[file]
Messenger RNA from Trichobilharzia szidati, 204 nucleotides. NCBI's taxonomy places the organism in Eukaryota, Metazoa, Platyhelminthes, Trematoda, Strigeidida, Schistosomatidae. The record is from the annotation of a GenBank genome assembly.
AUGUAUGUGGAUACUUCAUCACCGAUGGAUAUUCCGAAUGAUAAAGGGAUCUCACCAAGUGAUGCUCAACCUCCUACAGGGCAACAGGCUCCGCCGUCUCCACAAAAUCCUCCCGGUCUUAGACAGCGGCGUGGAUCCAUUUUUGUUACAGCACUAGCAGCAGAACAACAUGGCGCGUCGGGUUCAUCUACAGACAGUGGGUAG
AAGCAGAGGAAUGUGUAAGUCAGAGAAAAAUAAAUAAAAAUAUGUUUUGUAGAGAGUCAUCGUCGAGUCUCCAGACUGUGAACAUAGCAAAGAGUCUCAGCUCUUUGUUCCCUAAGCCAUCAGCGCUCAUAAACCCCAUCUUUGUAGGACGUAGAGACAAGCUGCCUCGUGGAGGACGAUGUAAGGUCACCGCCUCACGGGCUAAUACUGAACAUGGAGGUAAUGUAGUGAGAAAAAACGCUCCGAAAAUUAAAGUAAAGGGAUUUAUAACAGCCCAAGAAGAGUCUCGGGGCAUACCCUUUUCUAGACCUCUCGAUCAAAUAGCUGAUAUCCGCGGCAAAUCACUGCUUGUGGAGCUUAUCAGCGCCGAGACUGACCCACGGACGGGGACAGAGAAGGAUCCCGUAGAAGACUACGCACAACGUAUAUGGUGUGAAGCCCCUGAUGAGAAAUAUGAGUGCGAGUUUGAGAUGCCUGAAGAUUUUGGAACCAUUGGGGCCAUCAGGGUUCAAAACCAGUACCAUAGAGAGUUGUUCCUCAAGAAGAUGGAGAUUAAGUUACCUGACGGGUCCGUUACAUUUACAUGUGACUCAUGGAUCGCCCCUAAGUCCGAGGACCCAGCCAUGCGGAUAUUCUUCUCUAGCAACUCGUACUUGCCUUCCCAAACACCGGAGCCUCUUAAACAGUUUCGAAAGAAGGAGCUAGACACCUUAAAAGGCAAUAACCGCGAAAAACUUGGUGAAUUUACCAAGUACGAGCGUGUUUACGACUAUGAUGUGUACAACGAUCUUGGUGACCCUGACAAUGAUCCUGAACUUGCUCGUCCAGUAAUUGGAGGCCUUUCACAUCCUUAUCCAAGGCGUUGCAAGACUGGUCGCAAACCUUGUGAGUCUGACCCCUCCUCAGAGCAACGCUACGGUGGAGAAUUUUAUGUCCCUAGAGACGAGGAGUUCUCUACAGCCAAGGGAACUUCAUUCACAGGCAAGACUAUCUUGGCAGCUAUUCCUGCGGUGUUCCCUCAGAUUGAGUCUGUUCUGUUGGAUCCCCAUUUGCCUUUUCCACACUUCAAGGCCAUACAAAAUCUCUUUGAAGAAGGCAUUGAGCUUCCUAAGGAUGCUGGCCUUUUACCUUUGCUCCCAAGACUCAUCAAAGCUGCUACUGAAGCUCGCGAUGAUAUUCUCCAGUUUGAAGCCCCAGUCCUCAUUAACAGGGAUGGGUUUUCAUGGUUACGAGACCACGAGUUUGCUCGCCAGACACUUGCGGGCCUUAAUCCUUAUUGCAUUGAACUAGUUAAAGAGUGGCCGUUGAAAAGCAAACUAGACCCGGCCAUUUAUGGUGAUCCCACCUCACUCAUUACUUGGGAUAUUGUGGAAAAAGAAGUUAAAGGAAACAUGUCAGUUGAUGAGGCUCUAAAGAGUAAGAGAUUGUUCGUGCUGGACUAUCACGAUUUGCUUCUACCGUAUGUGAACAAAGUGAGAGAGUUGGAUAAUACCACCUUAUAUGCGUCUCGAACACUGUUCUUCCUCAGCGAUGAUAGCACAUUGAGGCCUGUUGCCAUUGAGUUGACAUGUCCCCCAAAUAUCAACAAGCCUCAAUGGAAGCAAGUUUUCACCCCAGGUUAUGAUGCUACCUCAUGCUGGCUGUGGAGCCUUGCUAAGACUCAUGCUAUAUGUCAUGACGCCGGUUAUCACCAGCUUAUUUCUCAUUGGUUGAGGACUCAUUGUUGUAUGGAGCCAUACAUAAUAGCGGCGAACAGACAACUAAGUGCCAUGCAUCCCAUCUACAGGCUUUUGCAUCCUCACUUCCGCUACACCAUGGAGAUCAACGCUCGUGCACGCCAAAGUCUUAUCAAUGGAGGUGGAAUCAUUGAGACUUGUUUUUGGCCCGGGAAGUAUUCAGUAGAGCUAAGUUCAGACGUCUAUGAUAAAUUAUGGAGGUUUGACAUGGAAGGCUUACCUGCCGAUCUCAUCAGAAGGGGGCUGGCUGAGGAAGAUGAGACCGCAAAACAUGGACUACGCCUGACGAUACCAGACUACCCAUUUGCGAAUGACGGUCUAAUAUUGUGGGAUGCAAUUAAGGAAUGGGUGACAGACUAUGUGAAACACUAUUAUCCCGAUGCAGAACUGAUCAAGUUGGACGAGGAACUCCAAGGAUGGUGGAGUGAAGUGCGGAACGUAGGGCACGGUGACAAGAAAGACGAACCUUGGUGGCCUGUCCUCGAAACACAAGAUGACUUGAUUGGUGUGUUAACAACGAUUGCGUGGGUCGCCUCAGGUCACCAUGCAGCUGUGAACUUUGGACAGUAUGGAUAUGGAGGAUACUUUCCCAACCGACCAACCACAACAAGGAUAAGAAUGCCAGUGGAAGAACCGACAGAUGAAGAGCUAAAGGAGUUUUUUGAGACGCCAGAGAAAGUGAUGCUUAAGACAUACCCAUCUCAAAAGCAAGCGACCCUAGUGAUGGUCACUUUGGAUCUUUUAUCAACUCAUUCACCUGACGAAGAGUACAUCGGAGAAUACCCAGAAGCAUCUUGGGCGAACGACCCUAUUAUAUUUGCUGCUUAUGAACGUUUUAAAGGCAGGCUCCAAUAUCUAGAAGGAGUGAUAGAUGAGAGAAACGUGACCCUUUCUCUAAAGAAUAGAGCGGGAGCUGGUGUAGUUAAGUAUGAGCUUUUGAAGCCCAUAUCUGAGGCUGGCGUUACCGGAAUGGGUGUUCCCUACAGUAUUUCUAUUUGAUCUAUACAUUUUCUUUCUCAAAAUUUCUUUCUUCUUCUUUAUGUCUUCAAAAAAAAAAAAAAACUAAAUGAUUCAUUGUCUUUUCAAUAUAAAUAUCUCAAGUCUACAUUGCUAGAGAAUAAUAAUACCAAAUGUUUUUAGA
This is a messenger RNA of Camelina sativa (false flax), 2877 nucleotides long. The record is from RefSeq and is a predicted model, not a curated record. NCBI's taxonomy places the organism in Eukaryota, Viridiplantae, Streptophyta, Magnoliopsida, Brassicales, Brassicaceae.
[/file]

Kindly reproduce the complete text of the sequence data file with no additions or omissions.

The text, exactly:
Messenger RNA from Trichobilharzia szidati, 204 nucleotides. NCBI's taxonomy places the organism in Eukaryota, Metazoa, Platyhelminthes, Trematoda, Strigeidida, Schistosomatidae. The record is from the annotation of a GenBank genome assembly.
AUGUAUGUGGAUACUUCAUCACCGAUGGAUAUUCCGAAUGAUAAAGGGAUCUCACCAAGUGAUGCUCAACCUCCUACAGGGCAACAGGCUCCGCCGUCUCCACAAAAUCCUCCCGGUCUUAGACAGCGGCGUGGAUCCAUUUUUGUUACAGCACUAGCAGCAGAACAACAUGGCGCGUCGGGUUCAUCUACAGACAGUGGGUAG
AAGCAGAGGAAUGUGUAAGUCAGAGAAAAAUAAAUAAAAAUAUGUUUUGUAGAGAGUCAUCGUCGAGUCUCCAGACUGUGAACAUAGCAAAGAGUCUCAGCUCUUUGUUCCCUAAGCCAUCAGCGCUCAUAAACCCCAUCUUUGUAGGACGUAGAGACAAGCUGCCUCGUGGAGGACGAUGUAAGGUCACCGCCUCACGGGCUAAUACUGAACAUGGAGGUAAUGUAGUGAGAAAAAACGCUCCGAAAAUUAAAGUAAAGGGAUUUAUAACAGCCCAAGAAGAGUCUCGGGGCAUACCCUUUUCUAGACCUCUCGAUCAAAUAGCUGAUAUCCGCGGCAAAUCACUGCUUGUGGAGCUUAUCAGCGCCGAGACUGACCCACGGACGGGGACAGAGAAGGAUCCCGUAGAAGACUACGCACAACGUAUAUGGUGUGAAGCCCCUGAUGAGAAAUAUGAGUGCGAGUUUGAGAUGCCUGAAGAUUUUGGAACCAUUGGGGCCAUCAGGGUUCAAAACCAGUACCAUAGAGAGUUGUUCCUCAAGAAGAUGGAGAUUAAGUUACCUGACGGGUCCGUUACAUUUACAUGUGACUCAUGGAUCGCCCCUAAGUCCGAGGACCCAGCCAUGCGGAUAUUCUUCUCUAGCAACUCGUACUUGCCUUCCCAAACACCGGAGCCUCUUAAACAGUUUCGAAAGAAGGAGCUAGACACCUUAAAAGGCAAUAACCGCGAAAAACUUGGUGAAUUUACCAAGUACGAGCGUGUUUACGACUAUGAUGUGUACAACGAUCUUGGUGACCCUGACAAUGAUCCUGAACUUGCUCGUCCAGUAAUUGGAGGCCUUUCACAUCCUUAUCCAAGGCGUUGCAAGACUGGUCGCAAACCUUGUGAGUCUGACCCCUCCUCAGAGCAACGCUACGGUGGAGAAUUUUAUGUCCCUAGAGACGAGGAGUUCUCUACAGCCAAGGGAACUUCAUUCACAGGCAAGACUAUCUUGGCAGCUAUUCCUGCGGUGUUCCCUCAGAUUGAGUCUGUUCUGUUGGAUCCCCAUUUGCCUUUUCCACACUUCAAGGCCAUACAAAAUCUCUUUGAAGAAGGCAUUGAGCUUCCUAAGGAUGCUGGCCUUUUACCUUUGCUCCCAAGACUCAUCAAAGCUGCUACUGAAGCUCGCGAUGAUAUUCUCCAGUUUGAAGCCCCAGUCCUCAUUAACAGGGAUGGGUUUUCAUGGUUACGAGACCACGAGUUUGCUCGCCAGACACUUGCGGGCCUUAAUCCUUAUUGCAUUGAACUAGUUAAAGAGUGGCCGUUGAAAAGCAAACUAGACCCGGCCAUUUAUGGUGAUCCCACCUCACUCAUUACUUGGGAUAUUGUGGAAAAAGAAGUUAAAGGAAACAUGUCAGUUGAUGAGGCUCUAAAGAGUAAGAGAUUGUUCGUGCUGGACUAUCACGAUUUGCUUCUACCGUAUGUGAACAAAGUGAGAGAGUUGGAUAAUACCACCUUAUAUGCGUCUCGAACACUGUUCUUCCUCAGCGAUGAUAGCACAUUGAGGCCUGUUGCCAUUGAGUUGACAUGUCCCCCAAAUAUCAACAAGCCUCAAUGGAAGCAAGUUUUCACCCCAGGUUAUGAUGCUACCUCAUGCUGGCUGUGGAGCCUUGCUAAGACUCAUGCUAUAUGUCAUGACGCCGGUUAUCACCAGCUUAUUUCUCAUUGGUUGAGGACUCAUUGUUGUAUGGAGCCAUACAUAAUAGCGGCGAACAGACAACUAAGUGCCAUGCAUCCCAUCUACAGGCUUUUGCAUCCUCACUUCCGCUACACCAUGGAGAUCAACGCUCGUGCACGCCAAAGUCUUAUCAAUGGAGGUGGAAUCAUUGAGACUUGUUUUUGGCCCGGGAAGUAUUCAGUAGAGCUAAGUUCAGACGUCUAUGAUAAAUUAUGGAGGUUUGACAUGGAAGGCUUACCUGCCGAUCUCAUCAGAAGGGGGCUGGCUGAGGAAGAUGAGACCGCAAAACAUGGACUACGCCUGACGAUACCAGACUACCCAUUUGCGAAUGACGGUCUAAUAUUGUGGGAUGCAAUUAAGGAAUGGGUGACAGACUAUGUGAAACACUAUUAUCCCGAUGCAGAACUGAUCAAGUUGGACGAGGAACUCCAAGGAUGGUGGAGUGAAGUGCGGAACGUAGGGCACGGUGACAAGAAAGACGAACCUUGGUGGCCUGUCCUCGAAACACAAGAUGACUUGAUUGGUGUGUUAACAACGAUUGCGUGGGUCGCCUCAGGUCACCAUGCAGCUGUGAACUUUGGACAGUAUGGAUAUGGAGGAUACUUUCCCAACCGACCAACCACAACAAGGAUAAGAAUGCCAGUGGAAGAACCGACAGAUGAAGAGCUAAAGGAGUUUUUUGAGACGCCAGAGAAAGUGAUGCUUAAGACAUACCCAUCUCAAAAGCAAGCGACCCUAGUGAUGGUCACUUUGGAUCUUUUAUCAACUCAUUCACCUGACGAAGAGUACAUCGGAGAAUACCCAGAAGCAUCUUGGGCGAACGACCCUAUUAUAUUUGCUGCUUAUGAACGUUUUAAAGGCAGGCUCCAAUAUCUAGAAGGAGUGAUAGAUGAGAGAAACGUGACCCUUUCUCUAAAGAAUAGAGCGGGAGCUGGUGUAGUUAAGUAUGAGCUUUUGAAGCCCAUAUCUGAGGCUGGCGUUACCGGAAUGGGUGUUCCCUACAGUAUUUCUAUUUGAUCUAUACAUUUUCUUUCUCAAAAUUUCUUUCUUCUUCUUUAUGUCUUCAAAAAAAAAAAAAAACUAAAUGAUUCAUUGUCUUUUCAAUAUAAAUAUCUCAAGUCUACAUUGCUAGAGAAUAAUAAUACCAAAUGUUUUUAGA
This is a messenger RNA of Camelina sativa (false flax), 2877 nucleotides long. The record is from RefSeq and is a predicted model, not a curated record. NCBI's taxonomy places the organism in Eukaryota, Viridiplantae, Streptophyta, Magnoliopsida, Brassicales, Brassicaceae.